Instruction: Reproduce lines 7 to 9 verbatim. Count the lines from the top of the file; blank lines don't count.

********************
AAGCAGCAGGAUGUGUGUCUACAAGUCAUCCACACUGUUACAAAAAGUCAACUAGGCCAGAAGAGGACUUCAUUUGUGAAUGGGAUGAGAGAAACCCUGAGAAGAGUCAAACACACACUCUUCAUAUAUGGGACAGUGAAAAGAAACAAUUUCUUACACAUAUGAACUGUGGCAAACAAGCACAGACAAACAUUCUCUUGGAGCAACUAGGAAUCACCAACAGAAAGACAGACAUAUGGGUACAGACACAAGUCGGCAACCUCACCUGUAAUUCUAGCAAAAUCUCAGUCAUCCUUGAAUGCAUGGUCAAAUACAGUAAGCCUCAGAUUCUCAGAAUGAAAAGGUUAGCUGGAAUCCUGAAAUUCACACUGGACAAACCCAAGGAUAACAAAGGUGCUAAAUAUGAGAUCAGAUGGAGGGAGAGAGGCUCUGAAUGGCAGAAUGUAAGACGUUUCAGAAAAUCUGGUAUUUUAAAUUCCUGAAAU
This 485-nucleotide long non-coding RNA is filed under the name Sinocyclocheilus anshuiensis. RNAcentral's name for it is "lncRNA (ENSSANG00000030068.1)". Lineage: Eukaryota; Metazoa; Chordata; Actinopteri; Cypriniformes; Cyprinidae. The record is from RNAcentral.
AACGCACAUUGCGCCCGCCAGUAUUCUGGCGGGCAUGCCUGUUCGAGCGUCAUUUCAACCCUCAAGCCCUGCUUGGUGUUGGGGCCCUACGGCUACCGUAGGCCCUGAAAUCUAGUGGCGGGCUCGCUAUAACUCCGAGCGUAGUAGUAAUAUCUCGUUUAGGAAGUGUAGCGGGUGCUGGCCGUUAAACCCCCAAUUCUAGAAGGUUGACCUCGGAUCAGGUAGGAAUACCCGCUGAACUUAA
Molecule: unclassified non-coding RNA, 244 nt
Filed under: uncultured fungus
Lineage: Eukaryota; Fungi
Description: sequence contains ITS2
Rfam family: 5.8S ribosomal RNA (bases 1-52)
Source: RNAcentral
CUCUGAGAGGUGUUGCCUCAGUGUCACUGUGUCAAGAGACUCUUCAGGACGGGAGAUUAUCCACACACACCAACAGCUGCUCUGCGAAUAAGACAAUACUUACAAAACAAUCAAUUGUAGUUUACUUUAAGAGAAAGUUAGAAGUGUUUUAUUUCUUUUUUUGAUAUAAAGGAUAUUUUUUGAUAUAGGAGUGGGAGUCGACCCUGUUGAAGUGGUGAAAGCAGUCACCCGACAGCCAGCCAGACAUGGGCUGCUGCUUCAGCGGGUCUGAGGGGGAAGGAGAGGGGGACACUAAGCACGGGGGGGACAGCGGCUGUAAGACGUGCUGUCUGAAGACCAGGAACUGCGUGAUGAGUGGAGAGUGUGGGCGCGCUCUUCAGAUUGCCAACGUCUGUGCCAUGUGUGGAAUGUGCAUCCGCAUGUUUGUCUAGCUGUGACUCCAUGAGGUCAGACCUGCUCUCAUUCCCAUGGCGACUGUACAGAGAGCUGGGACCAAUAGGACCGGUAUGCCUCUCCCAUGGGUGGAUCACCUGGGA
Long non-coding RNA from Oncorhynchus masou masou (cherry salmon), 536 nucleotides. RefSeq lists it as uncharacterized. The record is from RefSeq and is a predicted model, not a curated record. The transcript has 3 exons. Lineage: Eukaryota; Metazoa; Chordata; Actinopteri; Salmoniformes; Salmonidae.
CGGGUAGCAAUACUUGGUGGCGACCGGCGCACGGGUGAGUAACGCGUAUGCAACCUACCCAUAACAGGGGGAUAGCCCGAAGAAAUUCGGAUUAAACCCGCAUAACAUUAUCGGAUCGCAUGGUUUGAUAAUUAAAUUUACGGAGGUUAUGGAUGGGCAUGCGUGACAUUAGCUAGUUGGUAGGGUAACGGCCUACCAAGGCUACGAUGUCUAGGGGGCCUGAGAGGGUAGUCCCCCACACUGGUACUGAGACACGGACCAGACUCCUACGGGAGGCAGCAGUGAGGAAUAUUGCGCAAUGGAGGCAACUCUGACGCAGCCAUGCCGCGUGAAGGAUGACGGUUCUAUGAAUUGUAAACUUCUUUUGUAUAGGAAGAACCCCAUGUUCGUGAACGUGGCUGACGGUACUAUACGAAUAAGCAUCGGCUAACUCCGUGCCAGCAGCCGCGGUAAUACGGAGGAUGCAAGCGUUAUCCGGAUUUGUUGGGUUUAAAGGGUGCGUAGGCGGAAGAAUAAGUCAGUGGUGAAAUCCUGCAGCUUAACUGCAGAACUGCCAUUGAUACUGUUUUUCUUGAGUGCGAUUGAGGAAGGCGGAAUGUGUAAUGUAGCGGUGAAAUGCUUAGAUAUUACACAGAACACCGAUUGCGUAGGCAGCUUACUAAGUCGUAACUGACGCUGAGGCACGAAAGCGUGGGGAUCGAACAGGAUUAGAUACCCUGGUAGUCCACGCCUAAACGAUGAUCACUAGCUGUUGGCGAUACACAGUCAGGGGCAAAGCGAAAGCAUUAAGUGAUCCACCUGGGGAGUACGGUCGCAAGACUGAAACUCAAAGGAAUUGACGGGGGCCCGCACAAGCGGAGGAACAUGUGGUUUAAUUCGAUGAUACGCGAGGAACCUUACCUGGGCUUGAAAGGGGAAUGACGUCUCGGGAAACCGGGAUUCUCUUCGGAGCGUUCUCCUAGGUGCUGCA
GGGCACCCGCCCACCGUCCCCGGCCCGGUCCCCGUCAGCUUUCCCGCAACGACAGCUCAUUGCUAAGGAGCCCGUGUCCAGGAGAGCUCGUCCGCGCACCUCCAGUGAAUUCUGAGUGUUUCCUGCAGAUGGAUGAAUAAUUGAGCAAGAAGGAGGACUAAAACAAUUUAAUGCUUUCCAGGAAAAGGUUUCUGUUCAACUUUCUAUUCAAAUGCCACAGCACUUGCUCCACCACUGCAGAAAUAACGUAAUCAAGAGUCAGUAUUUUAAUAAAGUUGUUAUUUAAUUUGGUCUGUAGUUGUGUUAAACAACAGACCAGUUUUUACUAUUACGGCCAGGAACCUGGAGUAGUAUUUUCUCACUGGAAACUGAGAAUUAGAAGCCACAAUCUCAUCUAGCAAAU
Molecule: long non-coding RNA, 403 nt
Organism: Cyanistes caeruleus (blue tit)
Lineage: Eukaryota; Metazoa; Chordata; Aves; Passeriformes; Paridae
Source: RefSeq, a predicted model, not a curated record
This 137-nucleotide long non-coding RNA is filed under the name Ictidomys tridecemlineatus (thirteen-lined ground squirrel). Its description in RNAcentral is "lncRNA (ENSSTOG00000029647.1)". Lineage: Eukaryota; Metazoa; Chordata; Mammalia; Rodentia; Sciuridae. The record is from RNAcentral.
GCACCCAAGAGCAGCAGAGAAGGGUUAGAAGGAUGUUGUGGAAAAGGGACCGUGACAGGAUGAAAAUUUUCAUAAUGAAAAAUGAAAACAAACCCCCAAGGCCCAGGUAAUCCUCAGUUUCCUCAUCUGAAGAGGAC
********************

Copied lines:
Description: sequence contains ITS2
Rfam family: 5.8S ribosomal RNA (bases 1-52)
Source: RNAcentral